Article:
The price of Sod can vary depending on the type of Sod you buy, the quality of the Sod, and where you live.
The average cost of grass sod is around 50 cents per square foot, but it can range from 35 to 70 cents per square foot. A pallet of Sod typically covers between 500 and 700 square feet and costs between $300 and $500.
Therefore, when deciding whether or not to install Sod, it is essential to factor in both the initial cost of the Sod itself and the cost of installation. Although Sod installation costs will vary depending on the size of your yard, most companies charge between $0.50 and $1.00 per square foot.
So, if you have a 1000-square-foot yard, you can expect to pay between $500 and $1000 for installation alone. The total cost of installing Sod in your yard can range from $800 to $1500.
While this may seem like a lot of money upfront, the long-term benefits of having a healthy lawn can more than make up for the initial investment.
How Do You Know How Much Sod To Buy?
When buying Sod for your lawn, it can be tricky to know exactly how much you need.
One often recommended approach is to start by measuring out the area, taking both the length and depth into account. Then, you can use these measurements to calculate the total square footage of your lawn. Multiply the two numbers and divide the resulting number by 9 to get the final figure in square yards.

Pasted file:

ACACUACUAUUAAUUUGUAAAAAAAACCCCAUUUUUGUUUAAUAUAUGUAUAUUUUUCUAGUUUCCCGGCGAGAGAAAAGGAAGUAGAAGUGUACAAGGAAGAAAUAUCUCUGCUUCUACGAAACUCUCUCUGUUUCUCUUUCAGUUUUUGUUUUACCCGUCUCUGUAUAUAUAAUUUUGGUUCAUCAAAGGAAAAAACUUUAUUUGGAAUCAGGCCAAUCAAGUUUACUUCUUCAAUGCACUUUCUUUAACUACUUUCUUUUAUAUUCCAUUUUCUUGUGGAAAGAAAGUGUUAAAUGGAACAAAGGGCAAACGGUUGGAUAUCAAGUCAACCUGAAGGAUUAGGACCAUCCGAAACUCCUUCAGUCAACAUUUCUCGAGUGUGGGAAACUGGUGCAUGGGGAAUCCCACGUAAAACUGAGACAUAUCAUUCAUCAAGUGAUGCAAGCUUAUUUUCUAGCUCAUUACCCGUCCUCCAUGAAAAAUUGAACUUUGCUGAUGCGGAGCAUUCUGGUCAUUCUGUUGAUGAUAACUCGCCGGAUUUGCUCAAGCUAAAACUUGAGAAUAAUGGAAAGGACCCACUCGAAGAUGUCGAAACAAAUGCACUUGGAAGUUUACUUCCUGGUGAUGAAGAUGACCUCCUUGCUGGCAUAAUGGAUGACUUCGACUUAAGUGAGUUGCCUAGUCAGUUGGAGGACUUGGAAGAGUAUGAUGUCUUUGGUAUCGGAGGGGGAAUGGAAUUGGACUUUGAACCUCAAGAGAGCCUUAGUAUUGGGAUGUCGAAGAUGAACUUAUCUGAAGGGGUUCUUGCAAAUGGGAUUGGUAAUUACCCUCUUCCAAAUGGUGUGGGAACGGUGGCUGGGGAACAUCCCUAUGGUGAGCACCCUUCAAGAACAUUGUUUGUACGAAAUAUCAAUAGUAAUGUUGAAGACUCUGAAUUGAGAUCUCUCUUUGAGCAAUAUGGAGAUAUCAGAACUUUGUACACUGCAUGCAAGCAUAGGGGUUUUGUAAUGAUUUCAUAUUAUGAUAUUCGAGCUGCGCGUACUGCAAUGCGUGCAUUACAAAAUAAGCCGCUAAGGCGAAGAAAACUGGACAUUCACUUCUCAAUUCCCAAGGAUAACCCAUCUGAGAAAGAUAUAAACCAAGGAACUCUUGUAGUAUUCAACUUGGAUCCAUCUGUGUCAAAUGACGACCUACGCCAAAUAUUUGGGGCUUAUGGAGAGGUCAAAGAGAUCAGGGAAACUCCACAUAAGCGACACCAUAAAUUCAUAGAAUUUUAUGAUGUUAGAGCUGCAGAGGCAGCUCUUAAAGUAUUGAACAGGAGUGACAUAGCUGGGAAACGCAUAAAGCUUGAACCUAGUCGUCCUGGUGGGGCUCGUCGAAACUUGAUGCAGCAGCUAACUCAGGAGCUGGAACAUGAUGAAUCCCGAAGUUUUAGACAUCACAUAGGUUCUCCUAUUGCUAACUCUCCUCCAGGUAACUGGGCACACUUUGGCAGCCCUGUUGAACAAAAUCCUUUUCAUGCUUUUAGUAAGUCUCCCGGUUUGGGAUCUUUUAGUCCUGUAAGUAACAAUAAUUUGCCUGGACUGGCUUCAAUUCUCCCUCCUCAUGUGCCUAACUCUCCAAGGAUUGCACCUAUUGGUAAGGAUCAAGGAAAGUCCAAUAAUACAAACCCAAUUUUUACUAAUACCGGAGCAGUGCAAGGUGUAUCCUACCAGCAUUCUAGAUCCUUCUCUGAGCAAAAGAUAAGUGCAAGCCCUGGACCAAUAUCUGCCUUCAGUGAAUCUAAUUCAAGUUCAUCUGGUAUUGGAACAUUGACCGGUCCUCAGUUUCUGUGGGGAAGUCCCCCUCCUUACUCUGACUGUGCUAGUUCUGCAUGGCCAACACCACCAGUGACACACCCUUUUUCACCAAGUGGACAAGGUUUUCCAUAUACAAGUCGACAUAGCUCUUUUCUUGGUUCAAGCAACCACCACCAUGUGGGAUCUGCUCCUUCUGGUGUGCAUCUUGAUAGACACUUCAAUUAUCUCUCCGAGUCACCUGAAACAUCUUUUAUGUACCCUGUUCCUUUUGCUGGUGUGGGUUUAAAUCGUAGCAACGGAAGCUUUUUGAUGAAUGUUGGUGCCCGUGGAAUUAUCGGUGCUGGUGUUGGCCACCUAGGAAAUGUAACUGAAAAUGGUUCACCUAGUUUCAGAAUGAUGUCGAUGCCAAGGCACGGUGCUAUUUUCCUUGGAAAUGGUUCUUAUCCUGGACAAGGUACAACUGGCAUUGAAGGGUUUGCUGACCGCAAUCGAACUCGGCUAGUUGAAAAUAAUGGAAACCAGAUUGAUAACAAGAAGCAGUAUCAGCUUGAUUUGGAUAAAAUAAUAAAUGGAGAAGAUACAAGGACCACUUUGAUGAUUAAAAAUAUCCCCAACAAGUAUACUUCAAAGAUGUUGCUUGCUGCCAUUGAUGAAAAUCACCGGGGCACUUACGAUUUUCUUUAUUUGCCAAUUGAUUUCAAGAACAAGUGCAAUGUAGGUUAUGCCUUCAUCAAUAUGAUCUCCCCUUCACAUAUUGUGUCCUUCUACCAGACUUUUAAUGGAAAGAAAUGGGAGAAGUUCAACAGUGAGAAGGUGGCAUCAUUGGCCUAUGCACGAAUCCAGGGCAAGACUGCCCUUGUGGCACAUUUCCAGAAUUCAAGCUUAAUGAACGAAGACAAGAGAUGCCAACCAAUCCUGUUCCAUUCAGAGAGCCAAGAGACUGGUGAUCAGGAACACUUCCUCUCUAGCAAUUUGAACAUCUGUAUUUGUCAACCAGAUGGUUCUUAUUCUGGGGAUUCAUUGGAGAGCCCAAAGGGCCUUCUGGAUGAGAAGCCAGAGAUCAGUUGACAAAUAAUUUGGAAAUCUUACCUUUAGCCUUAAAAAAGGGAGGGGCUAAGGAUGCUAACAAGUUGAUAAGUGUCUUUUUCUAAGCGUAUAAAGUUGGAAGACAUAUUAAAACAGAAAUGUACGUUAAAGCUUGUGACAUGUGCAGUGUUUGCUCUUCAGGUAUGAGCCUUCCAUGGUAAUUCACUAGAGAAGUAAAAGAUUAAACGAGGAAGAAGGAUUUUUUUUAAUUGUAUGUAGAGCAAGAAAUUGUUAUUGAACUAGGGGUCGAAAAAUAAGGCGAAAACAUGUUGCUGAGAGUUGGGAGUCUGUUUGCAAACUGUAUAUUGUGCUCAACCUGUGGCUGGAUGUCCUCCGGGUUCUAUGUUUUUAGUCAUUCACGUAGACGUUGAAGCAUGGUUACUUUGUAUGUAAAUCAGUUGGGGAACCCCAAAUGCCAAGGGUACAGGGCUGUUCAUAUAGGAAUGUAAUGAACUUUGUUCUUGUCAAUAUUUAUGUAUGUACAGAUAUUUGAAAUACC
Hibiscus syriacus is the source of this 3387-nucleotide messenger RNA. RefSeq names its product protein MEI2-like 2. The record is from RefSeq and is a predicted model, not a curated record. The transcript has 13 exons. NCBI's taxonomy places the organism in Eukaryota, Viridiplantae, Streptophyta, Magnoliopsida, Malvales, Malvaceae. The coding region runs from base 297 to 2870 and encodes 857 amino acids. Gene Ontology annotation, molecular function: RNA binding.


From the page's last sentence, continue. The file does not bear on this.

You will need about 2-4 square yards of Sod for every 100 square feet of lawn. However, depending on soil quality and grass type, this number may vary slightly. So if in doubt, it is always best to purchase a bit more than you think you might need.
Sod Prices By Type
Do you have a big lawn that needs some fresh grass? Maybe your dog dug up a few too many patches in the yard, and you want to make sure they have a nice, green space to play. Whatever the reason, if you’re looking to lay down some sod, you’ll want to know about the different types of Sod and their prices.
Zoysia Sod Cost – pallet
Zoysia is a popular type of Sod because it’s dense and grows well in full sun. It’s also a warm-season grass, which will stay green even in hot weather. Zoysia sod typically costs between $130 and $450 per pallet. So, if you’re looking for durable, heat-resistant grass for your lawn, zoysia may be the right choice for you. Plus this is a nice grass when mowed.